It’s Write In Front of You
— By Rebecca Pratt, staff writer
Finally– here it is. You have been waiting to hear these words for years…or at least as long the zipper on your skinny jeans hasn’t budged. The key to weight loss success! It’s not a shake, a supplement, or an exercise gizmo. You have it already, right at your finger tips.
“I feel the most important action one can take when trying to lose weight is to keep a food diary,” says SparkPeople dietitian Becky Hand. “Yes, it takes time to write down everything consumed during the day, but this in itself can curtail overeating and be vital for self-assessment and monitoring. Today, it is easier than ever with computer-based tools such as SparkPeople’s free Food Tracker. A few clicks, and your results are known immediately!”
Studies show that people who keep food journals lose more weight and keep more of that weight off in the long run. The National Weight Control Registry–an ongoing research project tracking more than 3,000 people who’ve lost an average of 66 pounds and kept it off for five years–found that keeping a food journal is the one strategy used by the majority of successful dieters. In fact, in a study of 685 dieters conducted by a health insurance company, the best predictor of weight loss throughout the first year was the number of food records kept per week. Another recent study published in the American Journal of Preventive Medicine found that dieters who tracked their food intake in a “food diary” lost twice as much weight as those who didn’t track their food.
This is why the Nutrition Tracker plays such a key role in the SparkDiet. It gives you a proven, fighting chance. If you’re not yet a Nutrition Tracker user, try it out for a few days and see if it doesn’t help you make better choices, too.
Why keep a food journal?
- Tracking the food we consume forces us to take responsibility for our food choices. It shows what we’re really eating.
- An accurate food journal helps us see eating patterns, giving us insight into when and why we eat.
- Monitoring the foods we eat helps us estimate calorie intake, so we can make adjustments, by eating less or exercising more.
If you’re beginning a program to change your habits, you may want to start with a baseline food journal that keeps track of a “typical” week of food choices and exercise. This way, you’ll have a better handle on what you need to work on– problem times or situations, circumstances that make it difficult to eat healthy, and so on. The level of detail you record depends on your goals, but some possible things to jot down include:
- What you eat and how much you eat: You can estimate portions, but be honest and be thorough— don’t forget items such as candy, condiments, etc. Record as you go to ensure accuracy.
- When and where you eat: Time of day, how long you were eating, if you ate in a fast-food restaurant or the company cafeteria, etc.
- Who you were with and any other activity you were involved in: Were you reading or watching TV, or having brunch with your best friend?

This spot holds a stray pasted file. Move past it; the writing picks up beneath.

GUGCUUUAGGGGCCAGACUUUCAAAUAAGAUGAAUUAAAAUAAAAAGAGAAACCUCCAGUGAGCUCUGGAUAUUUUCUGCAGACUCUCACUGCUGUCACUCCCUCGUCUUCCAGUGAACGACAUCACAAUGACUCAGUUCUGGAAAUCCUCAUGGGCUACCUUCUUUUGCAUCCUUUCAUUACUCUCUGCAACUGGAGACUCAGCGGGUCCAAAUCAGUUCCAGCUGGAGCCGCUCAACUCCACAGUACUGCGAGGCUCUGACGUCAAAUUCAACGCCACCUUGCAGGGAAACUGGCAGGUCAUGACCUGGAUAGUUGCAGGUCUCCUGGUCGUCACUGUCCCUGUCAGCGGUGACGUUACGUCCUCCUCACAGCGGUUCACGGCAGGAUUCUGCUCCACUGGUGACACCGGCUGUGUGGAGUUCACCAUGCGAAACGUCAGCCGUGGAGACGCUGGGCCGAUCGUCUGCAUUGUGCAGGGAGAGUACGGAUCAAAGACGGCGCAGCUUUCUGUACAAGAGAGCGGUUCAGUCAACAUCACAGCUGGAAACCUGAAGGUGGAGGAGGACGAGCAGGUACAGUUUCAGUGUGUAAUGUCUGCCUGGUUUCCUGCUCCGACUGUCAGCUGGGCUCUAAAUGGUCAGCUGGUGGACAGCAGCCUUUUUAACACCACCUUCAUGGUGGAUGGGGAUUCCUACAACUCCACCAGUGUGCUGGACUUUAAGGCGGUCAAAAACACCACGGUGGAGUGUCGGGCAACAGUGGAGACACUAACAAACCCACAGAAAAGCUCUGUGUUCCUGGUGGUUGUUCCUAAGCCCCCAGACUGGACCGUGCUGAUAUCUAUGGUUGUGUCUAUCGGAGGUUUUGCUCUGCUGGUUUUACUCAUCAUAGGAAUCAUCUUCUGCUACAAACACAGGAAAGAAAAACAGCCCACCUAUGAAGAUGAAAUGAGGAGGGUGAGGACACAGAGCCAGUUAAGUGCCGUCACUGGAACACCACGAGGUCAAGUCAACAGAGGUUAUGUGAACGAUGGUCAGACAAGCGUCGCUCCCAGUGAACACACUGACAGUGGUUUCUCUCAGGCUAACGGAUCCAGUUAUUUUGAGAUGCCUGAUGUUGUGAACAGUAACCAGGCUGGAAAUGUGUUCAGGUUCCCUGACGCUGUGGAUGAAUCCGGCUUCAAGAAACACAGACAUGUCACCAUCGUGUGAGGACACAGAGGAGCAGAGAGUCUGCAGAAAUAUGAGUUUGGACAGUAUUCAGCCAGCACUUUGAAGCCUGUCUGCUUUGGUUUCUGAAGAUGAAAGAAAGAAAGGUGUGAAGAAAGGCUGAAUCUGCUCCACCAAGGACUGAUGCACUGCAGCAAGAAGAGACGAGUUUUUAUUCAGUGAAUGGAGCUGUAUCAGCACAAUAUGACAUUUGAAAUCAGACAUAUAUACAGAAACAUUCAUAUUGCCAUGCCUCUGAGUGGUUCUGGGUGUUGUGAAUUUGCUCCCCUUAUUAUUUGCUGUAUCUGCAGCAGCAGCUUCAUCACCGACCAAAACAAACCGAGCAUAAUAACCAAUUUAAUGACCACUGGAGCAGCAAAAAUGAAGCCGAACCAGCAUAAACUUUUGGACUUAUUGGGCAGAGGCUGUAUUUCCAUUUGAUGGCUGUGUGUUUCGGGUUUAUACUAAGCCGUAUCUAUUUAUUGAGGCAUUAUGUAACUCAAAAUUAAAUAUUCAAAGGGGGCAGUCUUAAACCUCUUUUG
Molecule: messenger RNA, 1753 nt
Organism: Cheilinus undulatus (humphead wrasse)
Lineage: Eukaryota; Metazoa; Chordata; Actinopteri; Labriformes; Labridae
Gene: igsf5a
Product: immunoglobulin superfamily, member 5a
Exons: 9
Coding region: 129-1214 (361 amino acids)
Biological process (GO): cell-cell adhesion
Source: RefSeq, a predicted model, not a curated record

- Your mood while eating: Were you bored, frustrated, happy? This may tell you whether you engage in emotional eating—eating triggered by mood, not hunger.
- Any exercise you did, including the activity, length and intensity, and estimate of calories burned.
- Any special categories for which you want to monitor consumption, such as carbohydrates, fat, or fiber content.
Once you have a baseline journal, you can set priorities for what to work on. Do you eat well when eating by yourself, but go overboard when you’re with friends? Does the routine of a workday keep you in line, while the freedom of the weekend weakens your willpower? Do you subsist on convenience foods that are heavy on processing but light on nutrients and real taste? Important things to consider include:
- What is your real motivation for eating? Are you truly hungry when you eat or are you eating for emotional reasons?
- Do you eat well-balanced meals with reasonable serving sizes? If not, map out the changes you’d like to make.
- Do you eat at appropriate intervals, or do you eat a little and then overindulge later? It may seem counterintuitive, but eating smaller amounts more often may keep your energy high, and prevent overeating.
A food journal allows you to compare your habits to the healthy habits recommended by experts: getting 25 grams of fiber a day, limiting fat intake to 35 percent of your total calorie intake, and consuming fewer calories than your body burns daily. You can then continue to track what’s important to you—whether it involves elaborate detail or very simple information.
Keeping a food journal can make us uncomfortable because doing so forces us to recall things we’d rather not take note of—that chocolate shake we had for lunch, or that extra mound of mashed potatoes we regretted as soon we inhaled it. In other words: no pain, no gain. When you see the foods you’ve eaten listed in black-and-white, you can’t wish them away. But pain, even metaphorical pain, can be the impetus for change—and if used consistently, a food journal can be the instrument of that change.